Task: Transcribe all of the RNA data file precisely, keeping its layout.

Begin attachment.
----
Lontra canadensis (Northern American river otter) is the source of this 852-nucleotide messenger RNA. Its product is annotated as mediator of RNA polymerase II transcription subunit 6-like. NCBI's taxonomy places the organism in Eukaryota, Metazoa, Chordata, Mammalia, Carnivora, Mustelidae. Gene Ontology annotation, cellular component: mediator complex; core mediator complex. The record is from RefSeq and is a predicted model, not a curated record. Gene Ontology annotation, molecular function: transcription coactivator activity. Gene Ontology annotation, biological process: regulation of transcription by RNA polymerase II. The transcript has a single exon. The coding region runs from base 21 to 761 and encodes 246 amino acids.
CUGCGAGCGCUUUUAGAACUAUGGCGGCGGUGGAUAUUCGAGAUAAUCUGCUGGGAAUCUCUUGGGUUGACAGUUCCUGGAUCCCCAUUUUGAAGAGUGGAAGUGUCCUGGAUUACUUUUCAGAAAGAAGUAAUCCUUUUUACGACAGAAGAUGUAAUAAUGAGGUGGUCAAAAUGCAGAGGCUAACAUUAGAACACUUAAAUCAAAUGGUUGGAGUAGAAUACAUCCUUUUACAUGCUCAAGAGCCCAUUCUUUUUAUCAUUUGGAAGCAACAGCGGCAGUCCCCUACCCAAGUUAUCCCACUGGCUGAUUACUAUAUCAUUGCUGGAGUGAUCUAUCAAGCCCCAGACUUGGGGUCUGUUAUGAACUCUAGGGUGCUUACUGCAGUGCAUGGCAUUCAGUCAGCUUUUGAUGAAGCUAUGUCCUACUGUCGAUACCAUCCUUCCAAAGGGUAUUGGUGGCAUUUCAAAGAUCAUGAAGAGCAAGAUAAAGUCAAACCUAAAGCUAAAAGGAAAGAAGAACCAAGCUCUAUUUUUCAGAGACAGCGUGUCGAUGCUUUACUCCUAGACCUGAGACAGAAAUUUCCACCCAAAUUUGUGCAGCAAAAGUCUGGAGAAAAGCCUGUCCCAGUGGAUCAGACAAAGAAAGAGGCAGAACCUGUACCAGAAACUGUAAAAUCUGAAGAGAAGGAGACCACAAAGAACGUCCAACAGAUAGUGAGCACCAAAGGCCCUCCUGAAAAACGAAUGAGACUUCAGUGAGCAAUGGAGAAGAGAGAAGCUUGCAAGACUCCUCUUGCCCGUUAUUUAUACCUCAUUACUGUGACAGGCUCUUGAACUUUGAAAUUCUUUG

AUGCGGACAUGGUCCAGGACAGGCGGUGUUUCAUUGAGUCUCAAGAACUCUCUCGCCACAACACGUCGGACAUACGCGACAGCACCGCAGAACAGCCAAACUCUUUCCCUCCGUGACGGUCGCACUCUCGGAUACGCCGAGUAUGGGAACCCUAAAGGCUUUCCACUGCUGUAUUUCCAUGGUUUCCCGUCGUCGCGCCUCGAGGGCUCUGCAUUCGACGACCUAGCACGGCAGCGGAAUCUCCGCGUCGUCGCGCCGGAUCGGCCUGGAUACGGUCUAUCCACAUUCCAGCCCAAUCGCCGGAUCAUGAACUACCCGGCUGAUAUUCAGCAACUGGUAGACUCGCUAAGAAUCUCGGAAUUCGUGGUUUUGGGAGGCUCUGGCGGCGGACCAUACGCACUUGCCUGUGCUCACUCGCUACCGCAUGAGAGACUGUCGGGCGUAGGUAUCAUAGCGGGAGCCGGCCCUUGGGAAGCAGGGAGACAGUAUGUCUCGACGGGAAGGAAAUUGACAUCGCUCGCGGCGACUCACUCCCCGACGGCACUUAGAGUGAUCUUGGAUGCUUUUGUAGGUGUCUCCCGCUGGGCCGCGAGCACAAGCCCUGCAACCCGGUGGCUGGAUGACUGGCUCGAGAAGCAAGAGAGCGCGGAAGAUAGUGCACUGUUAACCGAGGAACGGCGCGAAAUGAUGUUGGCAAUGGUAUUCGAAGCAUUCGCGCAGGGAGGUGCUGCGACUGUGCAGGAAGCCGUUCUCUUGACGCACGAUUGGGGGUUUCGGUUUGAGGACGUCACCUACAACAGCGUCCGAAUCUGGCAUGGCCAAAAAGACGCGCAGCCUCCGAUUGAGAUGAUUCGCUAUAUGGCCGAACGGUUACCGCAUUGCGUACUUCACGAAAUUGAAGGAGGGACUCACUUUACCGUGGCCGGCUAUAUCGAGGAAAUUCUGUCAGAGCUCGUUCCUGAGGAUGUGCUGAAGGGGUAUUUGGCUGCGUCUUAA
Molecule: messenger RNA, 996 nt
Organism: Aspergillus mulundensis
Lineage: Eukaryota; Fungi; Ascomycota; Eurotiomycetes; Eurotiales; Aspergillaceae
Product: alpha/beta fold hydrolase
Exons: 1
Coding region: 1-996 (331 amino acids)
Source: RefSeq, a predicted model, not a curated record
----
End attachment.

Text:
Lontra canadensis (Northern American river otter) is the source of this 852-nucleotide messenger RNA. Its product is annotated as mediator of RNA polymerase II transcription subunit 6-like. NCBI's taxonomy places the organism in Eukaryota, Metazoa, Chordata, Mammalia, Carnivora, Mustelidae. Gene Ontology annotation, cellular component: mediator complex; core mediator complex. The record is from RefSeq and is a predicted model, not a curated record. Gene Ontology annotation, molecular function: transcription coactivator activity. Gene Ontology annotation, biological process: regulation of transcription by RNA polymerase II. The transcript has a single exon. The coding region runs from base 21 to 761 and encodes 246 amino acids.
CUGCGAGCGCUUUUAGAACUAUGGCGGCGGUGGAUAUUCGAGAUAAUCUGCUGGGAAUCUCUUGGGUUGACAGUUCCUGGAUCCCCAUUUUGAAGAGUGGAAGUGUCCUGGAUUACUUUUCAGAAAGAAGUAAUCCUUUUUACGACAGAAGAUGUAAUAAUGAGGUGGUCAAAAUGCAGAGGCUAACAUUAGAACACUUAAAUCAAAUGGUUGGAGUAGAAUACAUCCUUUUACAUGCUCAAGAGCCCAUUCUUUUUAUCAUUUGGAAGCAACAGCGGCAGUCCCCUACCCAAGUUAUCCCACUGGCUGAUUACUAUAUCAUUGCUGGAGUGAUCUAUCAAGCCCCAGACUUGGGGUCUGUUAUGAACUCUAGGGUGCUUACUGCAGUGCAUGGCAUUCAGUCAGCUUUUGAUGAAGCUAUGUCCUACUGUCGAUACCAUCCUUCCAAAGGGUAUUGGUGGCAUUUCAAAGAUCAUGAAGAGCAAGAUAAAGUCAAACCUAAAGCUAAAAGGAAAGAAGAACCAAGCUCUAUUUUUCAGAGACAGCGUGUCGAUGCUUUACUCCUAGACCUGAGACAGAAAUUUCCACCCAAAUUUGUGCAGCAAAAGUCUGGAGAAAAGCCUGUCCCAGUGGAUCAGACAAAGAAAGAGGCAGAACCUGUACCAGAAACUGUAAAAUCUGAAGAGAAGGAGACCACAAAGAACGUCCAACAGAUAGUGAGCACCAAAGGCCCUCCUGAAAAACGAAUGAGACUUCAGUGAGCAAUGGAGAAGAGAGAAGCUUGCAAGACUCCUCUUGCCCGUUAUUUAUACCUCAUUACUGUGACAGGCUCUUGAACUUUGAAAUUCUUUG

AUGCGGACAUGGUCCAGGACAGGCGGUGUUUCAUUGAGUCUCAAGAACUCUCUCGCCACAACACGUCGGACAUACGCGACAGCACCGCAGAACAGCCAAACUCUUUCCCUCCGUGACGGUCGCACUCUCGGAUACGCCGAGUAUGGGAACCCUAAAGGCUUUCCACUGCUGUAUUUCCAUGGUUUCCCGUCGUCGCGCCUCGAGGGCUCUGCAUUCGACGACCUAGCACGGCAGCGGAAUCUCCGCGUCGUCGCGCCGGAUCGGCCUGGAUACGGUCUAUCCACAUUCCAGCCCAAUCGCCGGAUCAUGAACUACCCGGCUGAUAUUCAGCAACUGGUAGACUCGCUAAGAAUCUCGGAAUUCGUGGUUUUGGGAGGCUCUGGCGGCGGACCAUACGCACUUGCCUGUGCUCACUCGCUACCGCAUGAGAGACUGUCGGGCGUAGGUAUCAUAGCGGGAGCCGGCCCUUGGGAAGCAGGGAGACAGUAUGUCUCGACGGGAAGGAAAUUGACAUCGCUCGCGGCGACUCACUCCCCGACGGCACUUAGAGUGAUCUUGGAUGCUUUUGUAGGUGUCUCCCGCUGGGCCGCGAGCACAAGCCCUGCAACCCGGUGGCUGGAUGACUGGCUCGAGAAGCAAGAGAGCGCGGAAGAUAGUGCACUGUUAACCGAGGAACGGCGCGAAAUGAUGUUGGCAAUGGUAUUCGAAGCAUUCGCGCAGGGAGGUGCUGCGACUGUGCAGGAAGCCGUUCUCUUGACGCACGAUUGGGGGUUUCGGUUUGAGGACGUCACCUACAACAGCGUCCGAAUCUGGCAUGGCCAAAAAGACGCGCAGCCUCCGAUUGAGAUGAUUCGCUAUAUGGCCGAACGGUUACCGCAUUGCGUACUUCACGAAAUUGAAGGAGGGACUCACUUUACCGUGGCCGGCUAUAUCGAGGAAAUUCUGUCAGAGCUCGUUCCUGAGGAUGUGCUGAAGGGGUAUUUGGCUGCGUCUUAA
Molecule: messenger RNA, 996 nt
Organism: Aspergillus mulundensis
Lineage: Eukaryota; Fungi; Ascomycota; Eurotiomycetes; Eurotiales; Aspergillaceae
Product: alpha/beta fold hydrolase
Exons: 1
Coding region: 1-996 (331 amino acids)
Source: RefSeq, a predicted model, not a curated record